Skip to main content

Time to clean up gold mining

Published by , Editor
Global Mining Review,

Boris Ivanov, Founder of Emiral Resources Ltd, explores the importance of reshaping responsible mining in the gold industry.

Gold has never looked so precious. With prices surging of up to 40% in a span of 5 months this year and the impact of the global pandemic, this uptick has seen investors flee high-risk assets and look to gold as an attractive long term investment asset.

The price spike has caused a gold rush and spurred more illegal mining activities around the world. This has led to increasing conflict between communities (including indigenous) and miners and to environmental degradation – from the destruction of trees and local habitats to contamination of water and local food supply chains because of the mercury used to separate gold from grit leaking into rivers. This issue is acute in the Amazon, Brazil, which has been hampered by additional political pressures that has boosted illegal gold mining in the region.

The Amazon comprises of 60% of Brazil’s territory and 13% of its population, but generates just 8% of the GDP. It is considered the world’s richest biodiversity hotspot – home to at least 10% of the world’s known biodiversity, including endemic and endangered flora and fauna. It is now under threat from human activity in the form of logging, mining, and resource extraction.

The lust for gold has attracted wildcat prospectors in recent decades, who have destroyed forests, poisoned rivers, threatened biodiversity conservation, and brought fatal diseases to indigenous tribes. In fact, gold has already contributed to an estimated 10% of the Amazon’s deforestation overall and in parts of an area known as the Guiana Shield, which stretches through six countries in the northern Amazonian regions, gold mining has caused 90% of deforestation.

This not only has implications for Brazil but for the world, as the pressure mounts to fight climate change and steer a path towards a clean energy transition. The biodiversity in the Amazon plays a critical role in global systems as the rainforest acts as a key climate regulator producing 20% of the world's oxygen and acts as a carbon sink. Even its river accounts for 15 – 16% of the world’s total river discharge into the oceans.

Earlier this year, NASA satellite images confirmed the extent of gold mining activities in Madre de Dios, capturing graphic photographs of the rivers of illegal gold operations underway. Just last month in May, illegal gold miners inside the Yanomami reservation in northern Brazil opened fire with automatic weapons on an indigenous community that has opposed their entry by river. Yanomami and local officials say that numbers have increased. ‘Garimpeiros’ as they are known locally, have been emboldened by the election of President Jair Bolsonaro who has said he wants to legalise wildcat (small-scale) mining and vowed to develop the Amazon economically and tap its mineral riches. The Amazon Basin is fast approaching an irreversible tipping point.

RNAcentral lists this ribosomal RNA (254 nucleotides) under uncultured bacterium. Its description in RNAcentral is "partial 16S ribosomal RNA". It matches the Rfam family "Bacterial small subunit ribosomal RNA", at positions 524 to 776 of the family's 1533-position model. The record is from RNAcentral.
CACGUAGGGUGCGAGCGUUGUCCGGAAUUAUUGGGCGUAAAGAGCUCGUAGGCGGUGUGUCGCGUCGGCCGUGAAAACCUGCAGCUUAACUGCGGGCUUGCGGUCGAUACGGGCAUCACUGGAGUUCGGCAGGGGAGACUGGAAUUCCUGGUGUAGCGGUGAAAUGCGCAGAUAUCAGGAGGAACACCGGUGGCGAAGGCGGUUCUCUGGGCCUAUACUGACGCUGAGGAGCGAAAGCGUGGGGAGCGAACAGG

There is a need to enforce against bad practices to ensure the sustainable development of the Amazon and it will require the government to enact meaningful policies to address key problems from illegal mining to the use of mercury in gold extraction.

Phasing out the use of mercury in gold production is essential. By negotiating with refineries and manufacturers and by providing incentives for small-scale miners, the industry can invest in mercury-free technologies. The exploitation of local labour through illegal mining is also an ongoing issue that requires government attention. Indigenous people are facing both land invasions, environmental destruction and criminal threats from miners entering their land for gold.

Empowering these communities is vital to reduce existential threats to local people in the Amazon region. However, unless the government takes decisive action and implements regulations supporting tenure rights, they remain at risk.

While all mining can potentially raise risks to biodiversity, traditional livelihoods, human rights, Indigenous peoples, environment and socio-economic circumstances, illegal mining potentially poses a greater risk because it is less subject to regulations, controls, inspections, and legal frameworks.

Removing the threat of illegal gold mining is unlikely to happen without sustained pressure on investors and consumers for strengthening and expanding international mechanisms to increase traceability of mineral supply chains like certification schemes and exerting pressure on governments to curb illegal activities. Regulation is therefore key in reshaping responsible mining practices but not enough on its own – especially when the sitting government faces financial difficulties or is at odds with a protective course of action for various internal reasons.

Read the article online at:

You might also like


Embed article link: (copy the HTML code below):


This article has been tagged under the following:

Gold mining news